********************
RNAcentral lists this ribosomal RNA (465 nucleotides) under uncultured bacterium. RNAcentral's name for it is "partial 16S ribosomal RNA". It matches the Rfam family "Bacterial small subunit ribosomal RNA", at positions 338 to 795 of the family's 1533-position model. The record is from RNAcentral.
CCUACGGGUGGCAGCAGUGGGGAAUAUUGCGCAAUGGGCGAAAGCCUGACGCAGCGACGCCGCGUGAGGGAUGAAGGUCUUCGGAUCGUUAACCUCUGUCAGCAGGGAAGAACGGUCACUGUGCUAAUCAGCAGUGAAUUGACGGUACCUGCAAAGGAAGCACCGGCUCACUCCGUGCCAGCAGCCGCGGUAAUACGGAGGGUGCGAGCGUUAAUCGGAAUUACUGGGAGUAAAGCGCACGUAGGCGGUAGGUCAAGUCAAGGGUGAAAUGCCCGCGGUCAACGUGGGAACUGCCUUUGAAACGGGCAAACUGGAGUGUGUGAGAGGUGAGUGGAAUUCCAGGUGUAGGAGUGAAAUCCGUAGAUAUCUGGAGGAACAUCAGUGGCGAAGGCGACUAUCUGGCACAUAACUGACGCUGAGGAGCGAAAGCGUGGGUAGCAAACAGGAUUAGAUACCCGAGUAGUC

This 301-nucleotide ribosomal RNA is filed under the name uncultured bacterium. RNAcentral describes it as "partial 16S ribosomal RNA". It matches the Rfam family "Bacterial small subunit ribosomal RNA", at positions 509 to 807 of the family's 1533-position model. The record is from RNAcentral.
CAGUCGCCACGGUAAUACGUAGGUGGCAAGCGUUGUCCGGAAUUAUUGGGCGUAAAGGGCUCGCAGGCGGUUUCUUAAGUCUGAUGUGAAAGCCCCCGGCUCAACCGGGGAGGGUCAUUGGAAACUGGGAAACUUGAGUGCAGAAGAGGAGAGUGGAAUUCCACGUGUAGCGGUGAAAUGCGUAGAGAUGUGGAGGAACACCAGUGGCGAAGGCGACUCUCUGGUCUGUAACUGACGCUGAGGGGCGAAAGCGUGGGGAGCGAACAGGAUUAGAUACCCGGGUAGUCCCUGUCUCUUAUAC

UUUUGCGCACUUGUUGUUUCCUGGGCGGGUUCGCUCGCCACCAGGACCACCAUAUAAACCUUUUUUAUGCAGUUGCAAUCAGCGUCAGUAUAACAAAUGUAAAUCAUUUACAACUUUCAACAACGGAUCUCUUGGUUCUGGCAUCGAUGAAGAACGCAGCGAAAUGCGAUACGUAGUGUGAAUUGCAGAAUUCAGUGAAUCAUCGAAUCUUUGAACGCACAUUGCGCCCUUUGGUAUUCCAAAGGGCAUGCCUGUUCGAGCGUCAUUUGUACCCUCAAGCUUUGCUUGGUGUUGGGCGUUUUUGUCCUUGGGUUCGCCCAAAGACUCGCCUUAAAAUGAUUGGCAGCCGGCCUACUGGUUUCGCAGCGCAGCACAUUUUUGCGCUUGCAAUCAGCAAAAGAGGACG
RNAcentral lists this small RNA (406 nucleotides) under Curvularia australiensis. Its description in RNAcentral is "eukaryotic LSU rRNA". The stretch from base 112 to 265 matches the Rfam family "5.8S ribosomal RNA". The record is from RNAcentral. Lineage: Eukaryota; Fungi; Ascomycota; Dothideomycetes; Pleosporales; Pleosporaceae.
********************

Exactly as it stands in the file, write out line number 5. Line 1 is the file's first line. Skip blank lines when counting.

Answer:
UUUUGCGCACUUGUUGUUUCCUGGGCGGGUUCGCUCGCCACCAGGACCACCAUAUAAACCUUUUUUAUGCAGUUGCAAUCAGCGUCAGUAUAACAAAUGUAAAUCAUUUACAACUUUCAACAACGGAUCUCUUGGUUCUGGCAUCGAUGAAGAACGCAGCGAAAUGCGAUACGUAGUGUGAAUUGCAGAAUUCAGUGAAUCAUCGAAUCUUUGAACGCACAUUGCGCCCUUUGGUAUUCCAAAGGGCAUGCCUGUUCGAGCGUCAUUUGUACCCUCAAGCUUUGCUUGGUGUUGGGCGUUUUUGUCCUUGGGUUCGCCCAAAGACUCGCCUUAAAAUGAUUGGCAGCCGGCCUACUGGUUUCGCAGCGCAGCACAUUUUUGCGCUUGCAAUCAGCAAAAGAGGACG